This week the Court of Justice for the European Union (CJEU) passed judgment on a case concerning the transfer of personal data from Europe to the USA. The outcome of this case is that organisations can no longer rely solely on the terms of the EU/ US Safe Harbour Agreement to ensure that they are compliant with data protection laws in respect of the transfer of personal data to the USA. Organisations should review any new or ongoing transfers of data to the USA and ensure that adequate contractual safeguards or corporate rules are put in place.
International transfers of personal data
Whenever an organisation in the EEA (the EU member states plus Norway, Iceland and Liechtenstein) collects, controls or processes data about European individuals, that organisation is subject to the provisions of EU data protection law. These laws seek to safeguard the fundamental rights and freedoms of European citizens and impose restrictions on how personal data can be stored and used.
Where organisations seek to transfer data out of the EEA, the EU imposes further restrictions and places an absolute prohibition on transferring European data out of the EEA unless certain criteria are met. Only those countries and organisations that are able to provide an ‘adequate’ level of data protection (that is, comparable to European standards) are exempt from this rule. Since 2000, the USA has been considered as having ‘adequate’ data security standards as a result of the EU/US Safe Harbour Agreement.
However, since the revelations by Edward Snowden in 2013 regarding the direct access capabilities of American security agencies, the credibility of the USA as an ‘adequate’ jurisdiction has been doubted, leading to legal challenges of the Safe Harbour regime.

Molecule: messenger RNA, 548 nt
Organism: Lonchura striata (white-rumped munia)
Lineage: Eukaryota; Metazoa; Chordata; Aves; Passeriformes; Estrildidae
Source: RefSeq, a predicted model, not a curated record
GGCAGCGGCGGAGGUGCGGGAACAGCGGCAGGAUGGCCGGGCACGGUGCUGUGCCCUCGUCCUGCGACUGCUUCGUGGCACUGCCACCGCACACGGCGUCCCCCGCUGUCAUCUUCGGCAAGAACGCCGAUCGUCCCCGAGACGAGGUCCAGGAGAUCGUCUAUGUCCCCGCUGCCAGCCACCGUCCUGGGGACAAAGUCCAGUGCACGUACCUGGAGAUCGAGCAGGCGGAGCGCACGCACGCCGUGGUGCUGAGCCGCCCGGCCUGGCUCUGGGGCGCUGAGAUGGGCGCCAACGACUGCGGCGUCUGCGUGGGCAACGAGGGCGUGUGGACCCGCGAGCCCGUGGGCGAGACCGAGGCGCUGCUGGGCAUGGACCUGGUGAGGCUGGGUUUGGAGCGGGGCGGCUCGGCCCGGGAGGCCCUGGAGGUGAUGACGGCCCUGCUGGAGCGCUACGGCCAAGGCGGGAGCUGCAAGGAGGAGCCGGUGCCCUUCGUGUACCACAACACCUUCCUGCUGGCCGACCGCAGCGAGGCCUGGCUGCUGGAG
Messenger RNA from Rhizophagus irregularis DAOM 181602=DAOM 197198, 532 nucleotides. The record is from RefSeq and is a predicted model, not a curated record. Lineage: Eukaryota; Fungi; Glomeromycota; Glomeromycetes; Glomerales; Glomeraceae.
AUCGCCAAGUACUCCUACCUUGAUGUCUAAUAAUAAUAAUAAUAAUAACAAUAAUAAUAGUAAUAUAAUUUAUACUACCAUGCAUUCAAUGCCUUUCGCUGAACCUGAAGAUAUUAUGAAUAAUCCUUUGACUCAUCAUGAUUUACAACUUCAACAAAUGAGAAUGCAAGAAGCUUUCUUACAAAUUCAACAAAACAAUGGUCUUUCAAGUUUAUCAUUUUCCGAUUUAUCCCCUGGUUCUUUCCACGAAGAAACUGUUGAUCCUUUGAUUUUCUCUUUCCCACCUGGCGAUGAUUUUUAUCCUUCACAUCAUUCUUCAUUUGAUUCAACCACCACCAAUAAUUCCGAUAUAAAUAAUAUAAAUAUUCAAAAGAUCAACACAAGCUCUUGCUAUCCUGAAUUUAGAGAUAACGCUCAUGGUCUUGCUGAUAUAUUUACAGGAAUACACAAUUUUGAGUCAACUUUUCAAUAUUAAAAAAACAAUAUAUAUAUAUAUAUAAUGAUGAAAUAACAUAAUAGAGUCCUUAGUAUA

Schrems v Data Protection Commissioner
Any shortcomings of the Safe Harbour Agreement have the potential to affect vast numbers of European citizens who have their personal information stored on servers in the USA.
In particular, Facebook’s data transfer activities were the target of a complaint by Austrian privacy campaigner (and Facebook user), Mr Max Schrems. In light of the Snowden disclosures,
What is the Safe Harbour Agreement?
The EU/US Safe Harbour Agreement was drawn up in 2000 as a means of wholesale approval of data transfers from Europe to the USA. This is due to a European Commission decision that the Safe Harbour Agreement is sufficient to ensure that the fundamental rights of European citizens will be upheld whenever their data is transferred to the USA.
American organisations seeking to receive European data sign up to the agreement voluntarily, which is self- certification that they will comply with European data protection standards.
Over 4,000 American entities have signed up to the terms of the Safe Harbour Agreement, which has allowed them to receive unscrutinised transfers of personal data from across the Atlantic, on the assumption that adequate protection will be given to that data.
Schrems asked the Irish Data Protection Commissioner (DPC) to investigate the lawfulness of data transfers by Facebook Ireland Limited (Facebook’s European arm) of Schrems’ personal data to Facebook servers located in the USA. This complaint was rejected by the Irish DPC on the basis that the USA had been officially and conclusively declared ‘adequate’ to receive European data by the European Commission.
The CJEU ruling
On appeal and referral to the CJEU, it was found that Mr Schrems’ complaint should, in fact, have been investigated by the Irish DPC in light of the Snowden disclosures, which revealed a level of interference with European personal data by American security agencies that is incompatible with EU data protection laws. Subsequently, the CJEU also declared the Safe Harbour Agreement itself to be invalid, as it no longer provides sufficient protection to European citizens when their personal data is transferred to the USA. As a result, the CJEU has declared the European Commission adequacy finding in respect of the USA to be invalid for failure to comply with Article 25(6) of the Data Protection Directive.